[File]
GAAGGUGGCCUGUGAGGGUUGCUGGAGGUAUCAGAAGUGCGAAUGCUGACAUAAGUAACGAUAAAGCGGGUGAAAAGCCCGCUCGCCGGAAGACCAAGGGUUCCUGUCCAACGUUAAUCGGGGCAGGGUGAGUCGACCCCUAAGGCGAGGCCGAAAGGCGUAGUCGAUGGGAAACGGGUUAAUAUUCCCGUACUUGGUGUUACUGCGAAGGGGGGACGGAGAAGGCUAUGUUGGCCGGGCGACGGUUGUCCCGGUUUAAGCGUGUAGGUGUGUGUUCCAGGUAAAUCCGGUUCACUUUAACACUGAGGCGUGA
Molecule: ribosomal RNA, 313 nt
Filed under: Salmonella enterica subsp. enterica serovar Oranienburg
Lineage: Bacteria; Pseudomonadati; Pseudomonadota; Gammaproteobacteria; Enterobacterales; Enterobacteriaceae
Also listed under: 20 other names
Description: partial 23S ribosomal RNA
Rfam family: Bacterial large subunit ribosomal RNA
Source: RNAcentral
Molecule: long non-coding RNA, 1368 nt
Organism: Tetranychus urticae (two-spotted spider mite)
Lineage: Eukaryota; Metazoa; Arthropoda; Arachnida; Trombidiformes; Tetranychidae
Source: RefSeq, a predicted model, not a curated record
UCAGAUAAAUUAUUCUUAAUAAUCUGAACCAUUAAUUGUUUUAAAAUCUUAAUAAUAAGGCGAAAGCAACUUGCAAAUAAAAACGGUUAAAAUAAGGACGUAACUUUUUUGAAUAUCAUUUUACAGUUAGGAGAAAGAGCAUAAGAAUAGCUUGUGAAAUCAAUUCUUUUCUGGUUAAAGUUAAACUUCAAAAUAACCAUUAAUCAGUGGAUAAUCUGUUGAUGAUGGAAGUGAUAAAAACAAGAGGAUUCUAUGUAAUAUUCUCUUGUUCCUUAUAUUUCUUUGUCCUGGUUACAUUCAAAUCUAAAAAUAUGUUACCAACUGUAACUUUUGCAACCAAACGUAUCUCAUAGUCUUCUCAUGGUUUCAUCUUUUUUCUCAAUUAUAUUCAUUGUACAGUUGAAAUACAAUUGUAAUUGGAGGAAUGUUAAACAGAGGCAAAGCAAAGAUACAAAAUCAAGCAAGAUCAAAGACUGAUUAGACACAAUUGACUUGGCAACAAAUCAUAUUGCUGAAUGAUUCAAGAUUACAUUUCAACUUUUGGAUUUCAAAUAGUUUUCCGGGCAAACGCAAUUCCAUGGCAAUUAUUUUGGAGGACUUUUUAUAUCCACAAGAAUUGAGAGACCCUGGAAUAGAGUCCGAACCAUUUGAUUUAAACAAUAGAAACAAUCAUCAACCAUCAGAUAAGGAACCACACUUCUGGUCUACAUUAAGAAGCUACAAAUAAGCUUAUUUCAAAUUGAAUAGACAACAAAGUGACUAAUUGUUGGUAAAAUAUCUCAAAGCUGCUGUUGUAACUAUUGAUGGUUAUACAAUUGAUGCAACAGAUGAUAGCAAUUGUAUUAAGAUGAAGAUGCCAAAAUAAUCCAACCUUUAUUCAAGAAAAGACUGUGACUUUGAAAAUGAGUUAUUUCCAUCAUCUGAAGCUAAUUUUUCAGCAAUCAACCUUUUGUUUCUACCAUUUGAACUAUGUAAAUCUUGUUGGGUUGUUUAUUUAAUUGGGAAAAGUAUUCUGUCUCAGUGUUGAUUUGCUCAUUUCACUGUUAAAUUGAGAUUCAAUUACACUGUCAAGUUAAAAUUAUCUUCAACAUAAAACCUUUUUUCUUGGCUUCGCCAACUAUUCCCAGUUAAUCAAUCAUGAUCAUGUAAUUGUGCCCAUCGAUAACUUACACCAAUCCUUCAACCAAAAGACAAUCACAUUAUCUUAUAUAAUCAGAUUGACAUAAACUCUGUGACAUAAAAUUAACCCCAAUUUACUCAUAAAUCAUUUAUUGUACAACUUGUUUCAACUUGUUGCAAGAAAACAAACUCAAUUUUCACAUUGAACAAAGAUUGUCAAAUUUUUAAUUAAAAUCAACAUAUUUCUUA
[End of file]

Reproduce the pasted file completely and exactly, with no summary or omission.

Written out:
GAAGGUGGCCUGUGAGGGUUGCUGGAGGUAUCAGAAGUGCGAAUGCUGACAUAAGUAACGAUAAAGCGGGUGAAAAGCCCGCUCGCCGGAAGACCAAGGGUUCCUGUCCAACGUUAAUCGGGGCAGGGUGAGUCGACCCCUAAGGCGAGGCCGAAAGGCGUAGUCGAUGGGAAACGGGUUAAUAUUCCCGUACUUGGUGUUACUGCGAAGGGGGGACGGAGAAGGCUAUGUUGGCCGGGCGACGGUUGUCCCGGUUUAAGCGUGUAGGUGUGUGUUCCAGGUAAAUCCGGUUCACUUUAACACUGAGGCGUGA
Molecule: ribosomal RNA, 313 nt
Filed under: Salmonella enterica subsp. enterica serovar Oranienburg
Lineage: Bacteria; Pseudomonadati; Pseudomonadota; Gammaproteobacteria; Enterobacterales; Enterobacteriaceae
Also listed under: 20 other names
Description: partial 23S ribosomal RNA
Rfam family: Bacterial large subunit ribosomal RNA
Source: RNAcentral
Molecule: long non-coding RNA, 1368 nt
Organism: Tetranychus urticae (two-spotted spider mite)
Lineage: Eukaryota; Metazoa; Arthropoda; Arachnida; Trombidiformes; Tetranychidae
Source: RefSeq, a predicted model, not a curated record
UCAGAUAAAUUAUUCUUAAUAAUCUGAACCAUUAAUUGUUUUAAAAUCUUAAUAAUAAGGCGAAAGCAACUUGCAAAUAAAAACGGUUAAAAUAAGGACGUAACUUUUUUGAAUAUCAUUUUACAGUUAGGAGAAAGAGCAUAAGAAUAGCUUGUGAAAUCAAUUCUUUUCUGGUUAAAGUUAAACUUCAAAAUAACCAUUAAUCAGUGGAUAAUCUGUUGAUGAUGGAAGUGAUAAAAACAAGAGGAUUCUAUGUAAUAUUCUCUUGUUCCUUAUAUUUCUUUGUCCUGGUUACAUUCAAAUCUAAAAAUAUGUUACCAACUGUAACUUUUGCAACCAAACGUAUCUCAUAGUCUUCUCAUGGUUUCAUCUUUUUUCUCAAUUAUAUUCAUUGUACAGUUGAAAUACAAUUGUAAUUGGAGGAAUGUUAAACAGAGGCAAAGCAAAGAUACAAAAUCAAGCAAGAUCAAAGACUGAUUAGACACAAUUGACUUGGCAACAAAUCAUAUUGCUGAAUGAUUCAAGAUUACAUUUCAACUUUUGGAUUUCAAAUAGUUUUCCGGGCAAACGCAAUUCCAUGGCAAUUAUUUUGGAGGACUUUUUAUAUCCACAAGAAUUGAGAGACCCUGGAAUAGAGUCCGAACCAUUUGAUUUAAACAAUAGAAACAAUCAUCAACCAUCAGAUAAGGAACCACACUUCUGGUCUACAUUAAGAAGCUACAAAUAAGCUUAUUUCAAAUUGAAUAGACAACAAAGUGACUAAUUGUUGGUAAAAUAUCUCAAAGCUGCUGUUGUAACUAUUGAUGGUUAUACAAUUGAUGCAACAGAUGAUAGCAAUUGUAUUAAGAUGAAGAUGCCAAAAUAAUCCAACCUUUAUUCAAGAAAAGACUGUGACUUUGAAAAUGAGUUAUUUCCAUCAUCUGAAGCUAAUUUUUCAGCAAUCAACCUUUUGUUUCUACCAUUUGAACUAUGUAAAUCUUGUUGGGUUGUUUAUUUAAUUGGGAAAAGUAUUCUGUCUCAGUGUUGAUUUGCUCAUUUCACUGUUAAAUUGAGAUUCAAUUACACUGUCAAGUUAAAAUUAUCUUCAACAUAAAACCUUUUUUCUUGGCUUCGCCAACUAUUCCCAGUUAAUCAAUCAUGAUCAUGUAAUUGUGCCCAUCGAUAACUUACACCAAUCCUUCAACCAAAAGACAAUCACAUUAUCUUAUAUAAUCAGAUUGACAUAAACUCUGUGACAUAAAAUUAACCCCAAUUUACUCAUAAAUCAUUUAUUGUACAACUUGUUUCAACUUGUUGCAAGAAAACAAACUCAAUUUUCACAUUGAACAAAGAUUGUCAAAUUUUUAAUUAAAAUCAACAUAUUUCUUA